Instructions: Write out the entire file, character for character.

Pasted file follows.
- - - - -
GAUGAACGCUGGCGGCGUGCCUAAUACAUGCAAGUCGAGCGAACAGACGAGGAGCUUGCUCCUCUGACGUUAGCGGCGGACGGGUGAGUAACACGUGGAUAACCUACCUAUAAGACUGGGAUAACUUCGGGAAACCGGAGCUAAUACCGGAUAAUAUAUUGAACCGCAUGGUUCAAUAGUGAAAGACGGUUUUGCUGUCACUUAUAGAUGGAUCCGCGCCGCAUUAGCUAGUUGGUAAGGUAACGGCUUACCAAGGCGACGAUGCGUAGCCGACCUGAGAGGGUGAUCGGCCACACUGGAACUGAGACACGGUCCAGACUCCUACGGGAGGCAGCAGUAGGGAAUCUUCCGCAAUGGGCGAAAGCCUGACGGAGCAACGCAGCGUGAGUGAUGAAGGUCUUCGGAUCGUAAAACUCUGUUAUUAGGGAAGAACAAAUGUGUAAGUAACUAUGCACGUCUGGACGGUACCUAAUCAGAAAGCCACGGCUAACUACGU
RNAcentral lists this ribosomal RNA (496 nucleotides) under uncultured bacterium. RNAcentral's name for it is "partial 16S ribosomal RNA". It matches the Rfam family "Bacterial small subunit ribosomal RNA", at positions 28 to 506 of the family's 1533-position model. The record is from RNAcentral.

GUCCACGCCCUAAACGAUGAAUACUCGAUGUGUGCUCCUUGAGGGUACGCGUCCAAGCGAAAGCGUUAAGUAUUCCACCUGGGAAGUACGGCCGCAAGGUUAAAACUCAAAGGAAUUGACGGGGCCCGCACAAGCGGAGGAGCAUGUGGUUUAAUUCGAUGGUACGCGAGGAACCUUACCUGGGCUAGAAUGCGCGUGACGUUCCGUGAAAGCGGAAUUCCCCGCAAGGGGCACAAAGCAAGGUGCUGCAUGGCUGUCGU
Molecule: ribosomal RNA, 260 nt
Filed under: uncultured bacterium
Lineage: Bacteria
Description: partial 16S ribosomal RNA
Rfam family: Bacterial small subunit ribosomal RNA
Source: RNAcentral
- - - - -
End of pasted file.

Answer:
GAUGAACGCUGGCGGCGUGCCUAAUACAUGCAAGUCGAGCGAACAGACGAGGAGCUUGCUCCUCUGACGUUAGCGGCGGACGGGUGAGUAACACGUGGAUAACCUACCUAUAAGACUGGGAUAACUUCGGGAAACCGGAGCUAAUACCGGAUAAUAUAUUGAACCGCAUGGUUCAAUAGUGAAAGACGGUUUUGCUGUCACUUAUAGAUGGAUCCGCGCCGCAUUAGCUAGUUGGUAAGGUAACGGCUUACCAAGGCGACGAUGCGUAGCCGACCUGAGAGGGUGAUCGGCCACACUGGAACUGAGACACGGUCCAGACUCCUACGGGAGGCAGCAGUAGGGAAUCUUCCGCAAUGGGCGAAAGCCUGACGGAGCAACGCAGCGUGAGUGAUGAAGGUCUUCGGAUCGUAAAACUCUGUUAUUAGGGAAGAACAAAUGUGUAAGUAACUAUGCACGUCUGGACGGUACCUAAUCAGAAAGCCACGGCUAACUACGU
RNAcentral lists this ribosomal RNA (496 nucleotides) under uncultured bacterium. RNAcentral's name for it is "partial 16S ribosomal RNA". It matches the Rfam family "Bacterial small subunit ribosomal RNA", at positions 28 to 506 of the family's 1533-position model. The record is from RNAcentral.

GUCCACGCCCUAAACGAUGAAUACUCGAUGUGUGCUCCUUGAGGGUACGCGUCCAAGCGAAAGCGUUAAGUAUUCCACCUGGGAAGUACGGCCGCAAGGUUAAAACUCAAAGGAAUUGACGGGGCCCGCACAAGCGGAGGAGCAUGUGGUUUAAUUCGAUGGUACGCGAGGAACCUUACCUGGGCUAGAAUGCGCGUGACGUUCCGUGAAAGCGGAAUUCCCCGCAAGGGGCACAAAGCAAGGUGCUGCAUGGCUGUCGU
Molecule: ribosomal RNA, 260 nt
Filed under: uncultured bacterium
Lineage: Bacteria
Description: partial 16S ribosomal RNA
Rfam family: Bacterial small subunit ribosomal RNA
Source: RNAcentral